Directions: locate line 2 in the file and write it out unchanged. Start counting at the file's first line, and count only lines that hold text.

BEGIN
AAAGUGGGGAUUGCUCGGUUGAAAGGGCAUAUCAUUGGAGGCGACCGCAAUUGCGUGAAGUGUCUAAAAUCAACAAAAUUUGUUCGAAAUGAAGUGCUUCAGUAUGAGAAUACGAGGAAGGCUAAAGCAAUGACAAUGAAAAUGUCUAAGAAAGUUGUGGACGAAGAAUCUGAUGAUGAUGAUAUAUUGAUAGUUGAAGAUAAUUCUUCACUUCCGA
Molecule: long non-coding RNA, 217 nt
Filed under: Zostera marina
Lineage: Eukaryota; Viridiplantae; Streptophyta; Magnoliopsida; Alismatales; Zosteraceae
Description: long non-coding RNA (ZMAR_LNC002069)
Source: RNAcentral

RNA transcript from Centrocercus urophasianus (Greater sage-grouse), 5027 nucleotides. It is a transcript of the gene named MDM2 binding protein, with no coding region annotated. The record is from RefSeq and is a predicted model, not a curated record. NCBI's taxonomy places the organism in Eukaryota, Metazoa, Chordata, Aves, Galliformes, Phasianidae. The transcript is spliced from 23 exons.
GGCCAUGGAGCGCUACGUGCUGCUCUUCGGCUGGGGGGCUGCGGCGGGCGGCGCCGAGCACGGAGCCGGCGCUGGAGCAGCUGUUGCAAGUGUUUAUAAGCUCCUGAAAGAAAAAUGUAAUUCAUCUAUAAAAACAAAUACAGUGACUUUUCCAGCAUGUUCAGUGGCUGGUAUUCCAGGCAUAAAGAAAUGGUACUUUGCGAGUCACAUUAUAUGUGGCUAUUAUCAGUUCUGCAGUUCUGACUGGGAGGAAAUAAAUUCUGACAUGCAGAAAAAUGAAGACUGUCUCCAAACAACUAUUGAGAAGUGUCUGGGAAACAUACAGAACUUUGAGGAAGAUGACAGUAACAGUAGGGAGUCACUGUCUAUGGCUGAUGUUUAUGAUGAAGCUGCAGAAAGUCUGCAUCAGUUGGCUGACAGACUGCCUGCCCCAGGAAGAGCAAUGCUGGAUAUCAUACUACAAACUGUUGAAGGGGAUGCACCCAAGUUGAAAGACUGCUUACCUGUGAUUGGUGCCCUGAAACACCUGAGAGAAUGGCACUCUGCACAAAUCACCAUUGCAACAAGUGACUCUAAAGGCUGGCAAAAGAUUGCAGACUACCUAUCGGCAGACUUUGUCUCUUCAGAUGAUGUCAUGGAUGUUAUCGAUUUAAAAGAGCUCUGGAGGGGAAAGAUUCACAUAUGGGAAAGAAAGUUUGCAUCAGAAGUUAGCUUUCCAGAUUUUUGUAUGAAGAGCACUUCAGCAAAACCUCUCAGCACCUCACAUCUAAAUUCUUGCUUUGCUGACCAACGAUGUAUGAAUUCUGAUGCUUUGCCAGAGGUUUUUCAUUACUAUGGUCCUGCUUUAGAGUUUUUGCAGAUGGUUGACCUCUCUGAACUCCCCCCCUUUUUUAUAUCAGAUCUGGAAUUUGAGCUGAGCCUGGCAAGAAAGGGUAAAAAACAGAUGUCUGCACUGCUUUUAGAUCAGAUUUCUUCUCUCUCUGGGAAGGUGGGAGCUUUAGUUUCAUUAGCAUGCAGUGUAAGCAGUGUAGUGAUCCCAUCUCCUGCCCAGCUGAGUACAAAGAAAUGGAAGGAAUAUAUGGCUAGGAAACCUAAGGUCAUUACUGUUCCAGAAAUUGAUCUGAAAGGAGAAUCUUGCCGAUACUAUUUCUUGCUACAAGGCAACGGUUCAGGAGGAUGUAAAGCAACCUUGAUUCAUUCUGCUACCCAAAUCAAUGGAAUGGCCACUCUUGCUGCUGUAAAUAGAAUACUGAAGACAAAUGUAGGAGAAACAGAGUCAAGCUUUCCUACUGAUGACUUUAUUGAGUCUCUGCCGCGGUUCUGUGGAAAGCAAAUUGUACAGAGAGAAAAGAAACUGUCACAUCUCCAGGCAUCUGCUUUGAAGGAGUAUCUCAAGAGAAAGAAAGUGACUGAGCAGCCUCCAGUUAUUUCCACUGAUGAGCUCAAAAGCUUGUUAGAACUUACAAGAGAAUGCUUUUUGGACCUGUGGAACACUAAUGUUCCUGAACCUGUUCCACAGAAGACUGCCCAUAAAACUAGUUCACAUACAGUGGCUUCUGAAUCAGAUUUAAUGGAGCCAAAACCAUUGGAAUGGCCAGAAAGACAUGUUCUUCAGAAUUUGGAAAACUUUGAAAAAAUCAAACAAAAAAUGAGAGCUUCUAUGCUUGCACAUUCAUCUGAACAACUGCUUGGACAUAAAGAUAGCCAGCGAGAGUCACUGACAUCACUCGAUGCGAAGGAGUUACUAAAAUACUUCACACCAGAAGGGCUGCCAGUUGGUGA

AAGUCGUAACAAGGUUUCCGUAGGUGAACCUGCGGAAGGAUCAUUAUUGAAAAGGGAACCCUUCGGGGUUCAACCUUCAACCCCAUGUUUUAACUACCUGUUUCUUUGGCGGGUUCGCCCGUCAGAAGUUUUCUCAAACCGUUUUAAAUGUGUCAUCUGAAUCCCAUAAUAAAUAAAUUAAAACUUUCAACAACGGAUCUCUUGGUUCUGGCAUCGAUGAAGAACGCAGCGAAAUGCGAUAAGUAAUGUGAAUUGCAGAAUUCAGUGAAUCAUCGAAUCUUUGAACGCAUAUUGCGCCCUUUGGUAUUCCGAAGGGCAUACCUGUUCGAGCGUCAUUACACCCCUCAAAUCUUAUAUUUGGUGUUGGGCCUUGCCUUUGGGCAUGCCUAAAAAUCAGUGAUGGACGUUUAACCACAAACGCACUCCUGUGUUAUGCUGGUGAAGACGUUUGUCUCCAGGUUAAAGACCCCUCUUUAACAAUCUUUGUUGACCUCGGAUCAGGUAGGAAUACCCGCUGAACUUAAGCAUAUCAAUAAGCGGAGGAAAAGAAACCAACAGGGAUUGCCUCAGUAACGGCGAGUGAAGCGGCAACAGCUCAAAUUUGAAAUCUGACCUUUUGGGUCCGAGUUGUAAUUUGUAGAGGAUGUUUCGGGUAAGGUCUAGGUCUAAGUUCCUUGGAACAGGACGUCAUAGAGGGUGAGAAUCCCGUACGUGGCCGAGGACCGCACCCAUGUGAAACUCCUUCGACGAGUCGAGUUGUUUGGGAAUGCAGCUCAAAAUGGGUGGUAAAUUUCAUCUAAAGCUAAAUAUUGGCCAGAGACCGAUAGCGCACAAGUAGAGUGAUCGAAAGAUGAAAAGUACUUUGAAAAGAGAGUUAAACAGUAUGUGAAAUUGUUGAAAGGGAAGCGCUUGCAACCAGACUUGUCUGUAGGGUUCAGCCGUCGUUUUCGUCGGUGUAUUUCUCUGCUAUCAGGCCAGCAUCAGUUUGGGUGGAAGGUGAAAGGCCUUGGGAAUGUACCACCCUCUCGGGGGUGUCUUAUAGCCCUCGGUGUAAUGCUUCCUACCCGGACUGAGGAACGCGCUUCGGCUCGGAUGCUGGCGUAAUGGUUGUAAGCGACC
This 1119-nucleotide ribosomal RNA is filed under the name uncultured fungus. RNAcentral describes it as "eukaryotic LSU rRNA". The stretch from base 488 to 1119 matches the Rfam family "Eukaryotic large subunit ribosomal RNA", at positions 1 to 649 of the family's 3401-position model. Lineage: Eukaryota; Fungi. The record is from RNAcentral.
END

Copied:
Molecule: long non-coding RNA, 217 nt